As the Chinese toy industry struggles after the global downturn, it faces competition from neighbouring countries, in particular Vietnam and Cambodia, where labour costs are lower.
Those two countries can produce toys about 15 to 20 per cent cheaper than China can, estimates Robert Hayes, the export manager for Piatnik, a board game manufacturer based in Austria. The company buys some plastics from China but makes its products in Europe. The difference could increase if China allows the yuan to continue to appreciate against the dollar. But China will retain many advantages, Mr Hayes says.
"Hubs are developing in Vietnam and Cambodia, but they don't have the infrastructure of the Chinese," he says. China's superior road network coupled with the "fantastic logistics capability" of Hong Kong will remain advantages for the Chinese, Mr Hayes says. Vietnam and Cambodia "don't have the experienced workforce, and they don't have the depth of talent that the Chinese industry can draw from", he says.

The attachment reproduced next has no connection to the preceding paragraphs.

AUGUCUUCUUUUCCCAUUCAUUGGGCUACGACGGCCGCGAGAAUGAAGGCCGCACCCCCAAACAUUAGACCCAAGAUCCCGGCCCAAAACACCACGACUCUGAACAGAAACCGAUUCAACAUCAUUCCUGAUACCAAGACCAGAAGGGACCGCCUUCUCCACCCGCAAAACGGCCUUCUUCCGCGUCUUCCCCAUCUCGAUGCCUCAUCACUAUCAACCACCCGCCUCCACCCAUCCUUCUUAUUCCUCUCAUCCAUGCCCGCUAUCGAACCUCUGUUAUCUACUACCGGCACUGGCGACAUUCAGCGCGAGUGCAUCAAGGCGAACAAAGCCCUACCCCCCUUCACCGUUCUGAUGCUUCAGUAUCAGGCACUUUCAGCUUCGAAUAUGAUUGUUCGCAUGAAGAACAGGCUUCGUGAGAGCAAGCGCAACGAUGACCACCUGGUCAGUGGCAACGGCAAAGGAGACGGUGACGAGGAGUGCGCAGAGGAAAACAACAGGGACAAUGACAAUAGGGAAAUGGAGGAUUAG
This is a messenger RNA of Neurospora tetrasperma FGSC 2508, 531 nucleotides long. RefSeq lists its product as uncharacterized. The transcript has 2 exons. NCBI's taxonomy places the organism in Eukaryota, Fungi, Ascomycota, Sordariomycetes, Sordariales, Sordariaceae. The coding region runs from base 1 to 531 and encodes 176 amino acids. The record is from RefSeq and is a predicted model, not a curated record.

Klas Elm, a vice president of the International Council of Toy Industries and the managing director of the Swedish Toy Association, says no one country is ever likely to dominate toy manufacturing as China has. "If there is a move in manufacturing from China, it will be a scattered situation, with a mix of countries," he says.